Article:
Between the two films, this difference is subtle, yet important in revealing a major distinction between the two directors, a distinction that is itself a product of time, a difference of generations. Ozu’s is one of big studio productions – very controlled, machine-like production with strict divisions of labor and a certain requirement to adhere to conventions. Hou’s is on the independent end – more improvisational, live locations, more freedom to push the cinematic boundaries. The difference in method – participant versus observer – is Hou’s choice to pursue the film on his own terms, while still keeping in harmony with Ozu’s themes and allowing for certain stylistic homages like the tatami shot.
The other major difference between the two directors is how each lets the theme of change play out. In both, change has made it difficult for the older generation to communicate with the younger. But in Tokyo Story, there is a note of hope in the end – things change, but the family realizes it and more or less accepts it. That is part of the beauty of life. One could argue that there is even a sort of reconciliation. In contrast, Café Lumière ends on an uncertain note. Perhaps fifty or so years of modernization has cast doubt on the effect of technological progress on mankind.
Repeatedly in the film we see the protagonist, played by J-pop star Yo Hitoto, on her own. Her parents have trouble communicating with her, as does a bookstore employee whom she seeks research help from. She tells her parents that she’s pregnant but refuses to marry the father and refuses help from the parents. The father is Taiwanese, and we never see him. (Maybe her unborn baby is symbolic of this film, with its Japanese forebear and current Taiwanese director?) She is researching a Taiwanese musician who moved to Japan in the 1930’s, but the research does not go anywhere. Throughout the film, Hou’s camera follows her as she weaves her way through the crowds and contemplates in silence on the subway. When she is with others, few words are exchanged.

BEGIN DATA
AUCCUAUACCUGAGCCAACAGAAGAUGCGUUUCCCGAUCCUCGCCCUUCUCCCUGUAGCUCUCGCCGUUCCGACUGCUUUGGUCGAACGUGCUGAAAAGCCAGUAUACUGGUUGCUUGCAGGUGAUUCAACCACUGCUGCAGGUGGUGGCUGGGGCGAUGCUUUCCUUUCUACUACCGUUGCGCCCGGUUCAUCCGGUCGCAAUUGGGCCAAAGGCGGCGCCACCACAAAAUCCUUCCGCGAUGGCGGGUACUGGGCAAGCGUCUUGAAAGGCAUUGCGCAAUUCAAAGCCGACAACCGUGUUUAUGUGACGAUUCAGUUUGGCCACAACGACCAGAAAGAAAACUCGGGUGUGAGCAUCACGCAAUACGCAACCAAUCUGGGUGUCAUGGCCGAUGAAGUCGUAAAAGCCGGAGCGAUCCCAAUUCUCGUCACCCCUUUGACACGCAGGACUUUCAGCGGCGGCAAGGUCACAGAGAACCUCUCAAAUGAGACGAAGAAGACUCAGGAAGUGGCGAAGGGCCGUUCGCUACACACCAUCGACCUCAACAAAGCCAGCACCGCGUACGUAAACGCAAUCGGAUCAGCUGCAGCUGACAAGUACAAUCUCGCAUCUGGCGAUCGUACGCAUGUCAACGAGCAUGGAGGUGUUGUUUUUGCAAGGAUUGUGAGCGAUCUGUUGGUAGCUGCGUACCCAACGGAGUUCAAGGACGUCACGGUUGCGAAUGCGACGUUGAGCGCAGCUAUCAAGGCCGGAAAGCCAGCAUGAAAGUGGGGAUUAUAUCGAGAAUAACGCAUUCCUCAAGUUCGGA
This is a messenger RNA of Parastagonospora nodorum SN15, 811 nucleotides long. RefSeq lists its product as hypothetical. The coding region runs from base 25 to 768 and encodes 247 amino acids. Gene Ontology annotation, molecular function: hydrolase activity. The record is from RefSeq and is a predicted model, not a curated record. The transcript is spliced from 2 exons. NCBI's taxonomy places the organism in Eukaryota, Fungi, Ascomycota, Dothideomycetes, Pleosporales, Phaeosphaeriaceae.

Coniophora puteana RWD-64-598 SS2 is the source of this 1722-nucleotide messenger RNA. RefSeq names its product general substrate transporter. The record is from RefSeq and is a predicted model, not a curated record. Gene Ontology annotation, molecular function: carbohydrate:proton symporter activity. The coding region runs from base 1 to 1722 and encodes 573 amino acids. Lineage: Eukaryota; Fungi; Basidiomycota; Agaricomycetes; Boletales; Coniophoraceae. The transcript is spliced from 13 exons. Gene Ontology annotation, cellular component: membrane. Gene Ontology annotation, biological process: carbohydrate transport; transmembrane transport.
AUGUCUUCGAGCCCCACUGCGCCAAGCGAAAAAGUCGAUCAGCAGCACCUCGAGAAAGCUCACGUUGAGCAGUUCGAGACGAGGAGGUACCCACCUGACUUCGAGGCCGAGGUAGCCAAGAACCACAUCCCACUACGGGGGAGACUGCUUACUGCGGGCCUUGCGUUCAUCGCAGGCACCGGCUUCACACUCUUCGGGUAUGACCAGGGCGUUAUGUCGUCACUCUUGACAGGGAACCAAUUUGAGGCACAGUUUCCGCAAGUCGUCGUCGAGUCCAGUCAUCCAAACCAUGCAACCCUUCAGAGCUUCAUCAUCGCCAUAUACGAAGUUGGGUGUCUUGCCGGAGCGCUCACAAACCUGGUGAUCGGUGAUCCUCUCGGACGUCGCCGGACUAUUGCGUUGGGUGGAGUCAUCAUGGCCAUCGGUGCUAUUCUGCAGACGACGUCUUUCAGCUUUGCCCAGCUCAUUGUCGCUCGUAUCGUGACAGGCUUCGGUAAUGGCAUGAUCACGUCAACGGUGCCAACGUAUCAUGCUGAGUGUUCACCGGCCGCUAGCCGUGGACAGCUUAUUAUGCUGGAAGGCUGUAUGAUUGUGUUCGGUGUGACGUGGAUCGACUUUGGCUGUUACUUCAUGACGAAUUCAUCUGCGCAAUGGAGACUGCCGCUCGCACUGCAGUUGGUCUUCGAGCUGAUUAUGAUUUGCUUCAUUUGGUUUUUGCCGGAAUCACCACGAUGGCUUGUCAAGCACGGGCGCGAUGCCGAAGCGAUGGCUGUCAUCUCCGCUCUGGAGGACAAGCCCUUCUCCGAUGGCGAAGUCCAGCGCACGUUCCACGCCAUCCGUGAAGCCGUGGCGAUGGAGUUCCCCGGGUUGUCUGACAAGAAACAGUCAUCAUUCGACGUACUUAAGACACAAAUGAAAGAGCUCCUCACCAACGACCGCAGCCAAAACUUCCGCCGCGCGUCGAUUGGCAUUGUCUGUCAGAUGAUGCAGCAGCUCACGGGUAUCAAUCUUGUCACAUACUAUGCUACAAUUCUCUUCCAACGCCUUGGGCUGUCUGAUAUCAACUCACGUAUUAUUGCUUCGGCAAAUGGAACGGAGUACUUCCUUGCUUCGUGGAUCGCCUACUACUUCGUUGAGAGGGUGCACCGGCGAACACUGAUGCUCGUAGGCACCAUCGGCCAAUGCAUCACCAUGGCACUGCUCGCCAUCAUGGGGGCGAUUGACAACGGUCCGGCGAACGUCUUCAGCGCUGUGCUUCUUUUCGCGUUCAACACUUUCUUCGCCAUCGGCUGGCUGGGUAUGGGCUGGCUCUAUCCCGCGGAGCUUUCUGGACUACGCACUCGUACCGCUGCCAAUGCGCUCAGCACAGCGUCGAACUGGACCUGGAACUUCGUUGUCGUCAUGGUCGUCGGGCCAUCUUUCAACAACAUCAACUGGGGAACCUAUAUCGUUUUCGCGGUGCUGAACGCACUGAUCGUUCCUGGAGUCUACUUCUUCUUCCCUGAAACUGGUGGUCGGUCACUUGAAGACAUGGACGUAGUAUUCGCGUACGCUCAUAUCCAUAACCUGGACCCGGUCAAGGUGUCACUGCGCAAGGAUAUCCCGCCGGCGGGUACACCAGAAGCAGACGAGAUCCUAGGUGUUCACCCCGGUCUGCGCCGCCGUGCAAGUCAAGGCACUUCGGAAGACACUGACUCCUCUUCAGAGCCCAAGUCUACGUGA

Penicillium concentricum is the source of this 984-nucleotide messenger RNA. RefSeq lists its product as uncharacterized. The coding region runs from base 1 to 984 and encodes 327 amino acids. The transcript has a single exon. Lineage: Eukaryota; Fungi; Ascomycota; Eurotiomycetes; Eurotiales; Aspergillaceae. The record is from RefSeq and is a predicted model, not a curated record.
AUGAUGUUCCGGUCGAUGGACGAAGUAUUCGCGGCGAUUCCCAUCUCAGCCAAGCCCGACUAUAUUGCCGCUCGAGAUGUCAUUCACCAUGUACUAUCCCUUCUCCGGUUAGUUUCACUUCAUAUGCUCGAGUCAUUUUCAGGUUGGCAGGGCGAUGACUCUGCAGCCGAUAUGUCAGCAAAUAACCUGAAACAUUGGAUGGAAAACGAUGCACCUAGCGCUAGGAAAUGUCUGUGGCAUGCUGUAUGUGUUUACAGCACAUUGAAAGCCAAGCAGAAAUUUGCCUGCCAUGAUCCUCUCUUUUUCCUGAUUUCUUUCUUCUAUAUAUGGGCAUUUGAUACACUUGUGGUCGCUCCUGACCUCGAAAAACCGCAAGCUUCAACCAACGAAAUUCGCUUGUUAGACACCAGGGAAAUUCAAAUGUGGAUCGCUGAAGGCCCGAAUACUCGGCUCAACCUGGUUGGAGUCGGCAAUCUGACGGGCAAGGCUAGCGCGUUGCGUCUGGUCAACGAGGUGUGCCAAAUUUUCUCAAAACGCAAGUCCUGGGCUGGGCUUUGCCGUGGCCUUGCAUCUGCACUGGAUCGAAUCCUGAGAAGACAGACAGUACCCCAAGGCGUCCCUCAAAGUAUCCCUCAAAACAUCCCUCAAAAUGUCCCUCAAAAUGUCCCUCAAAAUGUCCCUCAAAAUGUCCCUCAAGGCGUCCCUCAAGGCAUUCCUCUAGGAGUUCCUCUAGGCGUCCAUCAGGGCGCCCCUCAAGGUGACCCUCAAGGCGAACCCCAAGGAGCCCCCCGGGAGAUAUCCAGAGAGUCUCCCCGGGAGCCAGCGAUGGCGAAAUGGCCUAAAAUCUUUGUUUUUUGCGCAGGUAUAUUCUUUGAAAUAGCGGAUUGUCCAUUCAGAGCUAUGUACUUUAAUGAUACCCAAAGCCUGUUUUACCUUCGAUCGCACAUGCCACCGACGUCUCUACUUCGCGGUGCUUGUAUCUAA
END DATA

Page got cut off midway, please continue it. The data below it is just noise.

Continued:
In the end, we do not find out if she finishes her research. In fact, none of the storylines are completed. The family does not reconcile with the daughter and the awkward silence between them remains. Interestingly, none of the family members ever look each other in the eye.
We also never find out if she falls in love with the bookstore employee. Just as the many subways shown in the film follow their own path and never intersect, we see the protagonist and the bookstore worker each on separate subways heading in the same direction, though they do not notice each other. Even when the guy serendipidously bumps into the girl on the subway at the end, she is asleep and he has headphones on.
The final shot shows them on the subway platform waiting, each staring at the audience, but not at each other, as a subway zooms by in between them and the audience, slightly obscuring the view.
This decision by Hou to express his own uncertain feelings on Ozu’s theme of change is another important choice to pursue the film on his own terms, yet still honoring the previous director’s achievements. In keeping the basics the same yet staying true to his style, Hou, in an interview, states that this accentuates what it was about Ozu’s style that made it unique, which is perhaps the ultimate homage.